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Althea Thauberger: Berkeley Art Museum.

Sky, Kory, Aleta, and Reese, the four teenage girls who star in Althea Thauberger's video A Memory Lasts Forever, 2004, could very well be a high-school alterna-folk band, with the artist acting as their shadowy Svengali. But while Thauberger casts her young charges in glowing light and allows them to costume themselves in stylish junior garb, the artist's intentions are worlds away from those of a record-company flack. We encounter the quartet poolside, on a drunken summer night in a landscaped suburban backyard. As is often the trope in teen movies, parents are absent. We watch as the friends amble, giggling, onto the deck, only to discover the family dog floating lifelessly in the water.


The scenario is enacted four times, with the lead role rotating among the young actresses, who each perform a different response. Sky discovers the dead pet after barfing into flowering shrubs and expresses her pain in melodramatic, wailing denial. Kory panics and hastily hides the dog in the bushes. Aleta acts with stoic disbelief, while her friends provide a Valley Girl chorus of "eeew"; and Reese emotes, screaming that "this wasn't supposed to happen." After deciding how to handle the situation, each girl breaks into song, backed up by a churchlike organ and the other girls' voices, in a musical attempt to express her sadness and confusion.

A Memory Lasts Forever is a brave and curious hybrid of musical theater, art therapy, after-school special, and community-based collaboration--with spiritual overtones. As is her established method, Thauberger developed the work in collaboration with her young stars, students who responded to a casting call distributed to musical-theater groups in Greater Vancouver. The actresses also penned their own songs. The tale comes from Thauberger's childhood but has universal resonance, and the emotional investment of the actresses (whose appearance in bikinis makes them seem all the more vulnerable) is eminently believable.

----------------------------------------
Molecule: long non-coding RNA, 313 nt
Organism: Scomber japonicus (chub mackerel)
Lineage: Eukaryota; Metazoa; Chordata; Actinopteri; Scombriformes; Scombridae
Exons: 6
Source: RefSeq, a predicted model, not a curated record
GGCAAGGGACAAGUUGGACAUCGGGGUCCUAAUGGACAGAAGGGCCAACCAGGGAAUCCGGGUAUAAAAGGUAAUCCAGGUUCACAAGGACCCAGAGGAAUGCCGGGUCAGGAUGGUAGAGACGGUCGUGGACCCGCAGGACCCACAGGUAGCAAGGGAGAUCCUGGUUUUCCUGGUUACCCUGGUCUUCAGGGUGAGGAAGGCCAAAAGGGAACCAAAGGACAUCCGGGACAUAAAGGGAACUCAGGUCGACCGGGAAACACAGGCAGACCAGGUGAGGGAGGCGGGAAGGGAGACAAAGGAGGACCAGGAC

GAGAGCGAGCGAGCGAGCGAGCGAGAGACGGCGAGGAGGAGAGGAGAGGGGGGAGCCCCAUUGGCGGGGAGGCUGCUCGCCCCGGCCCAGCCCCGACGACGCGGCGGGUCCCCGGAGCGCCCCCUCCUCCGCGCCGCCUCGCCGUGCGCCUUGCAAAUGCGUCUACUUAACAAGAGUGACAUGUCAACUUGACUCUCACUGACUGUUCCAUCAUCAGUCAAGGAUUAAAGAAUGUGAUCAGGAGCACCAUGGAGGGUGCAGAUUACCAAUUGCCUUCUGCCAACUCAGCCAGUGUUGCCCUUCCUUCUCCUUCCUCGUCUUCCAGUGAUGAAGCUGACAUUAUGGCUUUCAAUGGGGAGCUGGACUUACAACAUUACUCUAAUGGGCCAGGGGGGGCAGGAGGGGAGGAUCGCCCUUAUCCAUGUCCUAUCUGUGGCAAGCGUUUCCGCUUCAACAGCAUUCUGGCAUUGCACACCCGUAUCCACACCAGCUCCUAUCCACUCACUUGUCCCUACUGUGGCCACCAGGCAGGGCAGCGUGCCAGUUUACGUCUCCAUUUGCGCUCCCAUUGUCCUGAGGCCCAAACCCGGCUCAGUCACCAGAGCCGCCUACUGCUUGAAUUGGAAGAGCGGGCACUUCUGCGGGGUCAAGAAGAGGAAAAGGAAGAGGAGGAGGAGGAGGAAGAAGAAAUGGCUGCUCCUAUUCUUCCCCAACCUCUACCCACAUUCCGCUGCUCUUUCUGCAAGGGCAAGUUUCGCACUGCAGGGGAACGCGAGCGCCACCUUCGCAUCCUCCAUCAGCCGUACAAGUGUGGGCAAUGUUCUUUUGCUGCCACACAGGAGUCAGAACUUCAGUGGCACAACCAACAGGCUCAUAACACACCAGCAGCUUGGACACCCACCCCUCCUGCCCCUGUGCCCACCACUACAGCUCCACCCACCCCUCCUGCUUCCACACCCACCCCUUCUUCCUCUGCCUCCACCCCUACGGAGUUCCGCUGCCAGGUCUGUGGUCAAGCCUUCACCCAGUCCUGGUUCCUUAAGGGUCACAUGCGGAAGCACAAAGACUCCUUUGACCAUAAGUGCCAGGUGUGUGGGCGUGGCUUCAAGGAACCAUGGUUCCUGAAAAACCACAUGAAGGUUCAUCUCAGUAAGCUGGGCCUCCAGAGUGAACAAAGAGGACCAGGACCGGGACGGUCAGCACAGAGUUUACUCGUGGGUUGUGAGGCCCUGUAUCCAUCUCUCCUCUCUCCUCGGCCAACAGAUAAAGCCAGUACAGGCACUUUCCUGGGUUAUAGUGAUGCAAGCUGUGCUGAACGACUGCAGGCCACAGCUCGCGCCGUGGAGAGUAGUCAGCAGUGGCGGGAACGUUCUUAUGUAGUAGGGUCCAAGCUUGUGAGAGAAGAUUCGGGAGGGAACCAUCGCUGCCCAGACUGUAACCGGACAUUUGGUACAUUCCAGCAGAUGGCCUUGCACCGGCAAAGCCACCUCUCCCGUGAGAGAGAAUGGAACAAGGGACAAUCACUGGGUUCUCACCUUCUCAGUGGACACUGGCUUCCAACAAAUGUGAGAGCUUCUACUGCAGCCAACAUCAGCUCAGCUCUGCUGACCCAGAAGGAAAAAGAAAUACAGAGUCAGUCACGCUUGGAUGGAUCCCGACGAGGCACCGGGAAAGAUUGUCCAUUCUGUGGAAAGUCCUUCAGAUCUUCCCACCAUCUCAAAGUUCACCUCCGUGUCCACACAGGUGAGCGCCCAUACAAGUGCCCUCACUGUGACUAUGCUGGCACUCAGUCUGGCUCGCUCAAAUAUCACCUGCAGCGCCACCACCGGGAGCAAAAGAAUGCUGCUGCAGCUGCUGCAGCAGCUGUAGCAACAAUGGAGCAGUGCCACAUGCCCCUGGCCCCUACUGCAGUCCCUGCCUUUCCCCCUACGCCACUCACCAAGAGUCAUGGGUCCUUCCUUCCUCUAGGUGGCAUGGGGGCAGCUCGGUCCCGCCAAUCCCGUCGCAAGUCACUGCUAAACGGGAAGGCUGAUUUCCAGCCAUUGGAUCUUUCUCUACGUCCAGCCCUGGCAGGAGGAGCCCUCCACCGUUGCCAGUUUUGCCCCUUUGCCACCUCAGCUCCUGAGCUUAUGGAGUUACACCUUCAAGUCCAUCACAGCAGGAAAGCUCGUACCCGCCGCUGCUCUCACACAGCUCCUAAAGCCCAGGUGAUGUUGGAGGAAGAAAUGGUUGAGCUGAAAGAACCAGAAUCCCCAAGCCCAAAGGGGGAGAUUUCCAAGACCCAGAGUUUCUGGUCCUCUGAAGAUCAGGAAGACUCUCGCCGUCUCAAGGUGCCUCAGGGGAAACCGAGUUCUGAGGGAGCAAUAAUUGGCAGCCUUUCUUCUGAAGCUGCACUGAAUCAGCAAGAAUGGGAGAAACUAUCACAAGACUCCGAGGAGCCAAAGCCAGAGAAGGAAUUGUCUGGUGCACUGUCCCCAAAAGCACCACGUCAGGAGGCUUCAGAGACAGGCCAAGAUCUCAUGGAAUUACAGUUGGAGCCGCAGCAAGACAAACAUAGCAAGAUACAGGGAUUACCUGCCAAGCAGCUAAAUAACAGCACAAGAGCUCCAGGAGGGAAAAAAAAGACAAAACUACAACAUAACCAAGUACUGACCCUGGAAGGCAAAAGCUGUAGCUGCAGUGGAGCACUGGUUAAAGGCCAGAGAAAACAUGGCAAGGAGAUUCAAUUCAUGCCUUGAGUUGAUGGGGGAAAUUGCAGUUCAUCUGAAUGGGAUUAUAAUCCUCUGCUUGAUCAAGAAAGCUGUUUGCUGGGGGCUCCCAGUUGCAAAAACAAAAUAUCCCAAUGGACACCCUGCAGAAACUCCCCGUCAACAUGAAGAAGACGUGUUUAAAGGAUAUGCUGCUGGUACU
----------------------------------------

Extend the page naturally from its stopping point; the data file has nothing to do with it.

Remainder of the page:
Thauberger explores the way that pop songs, especially sad ones, may be heart-felt in spite of the cliches employed by their writers and performers. She did something similar in Songstress, 2002, for which she filmed a number of aspiring female folksingers performing ballads outdoors, in unsullied Pacific Northwest landscapes. The Songstress performances are uncomfortably raw, suggesting that Thauberger might be encouraging us to poke fun at her subjects' earnestness. The women sing their songs alone in a direct appeal to the viewer; in A Memory, the singers have each other and thus a sense of community, one that hints at an element of faith in something larger than themselves.

This idea is also expressed in the Memory songs' lyrics, which are printed on the wall outside the screening room. The words waver between the spiritual and the hokey, addressing both loss of innocence and subsequent repentance. So Sky sings, "Once we were like a coven, our spirits soared/Sisterhood kept us strong/And as easy as it was, it was no more," and Aleta, "All my emotions rise to the surface / My life takes a fall/I'm alone and I have lost my place / And I don't know who I can call." The words are direct expressions of feeling, but despite the respect with which Thaubeger treats her theme, the work is somehow less than the sum of its parts. It's difficult to take not because of its unabashedly emotional content or its confrontation of spirituality but because the narrative, while realistic, may be too quotidian to hold our interest repeatedly and doesn't necessarily enhance our understanding. More problematic still is the fact that the songs are hookless, almost indistinguishable dirges, resulting in a work with limited cult appeal rather than a bona fide hit.
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Author:Helfand, Glen
Publication:Artforum International
Date:May 1, 2005
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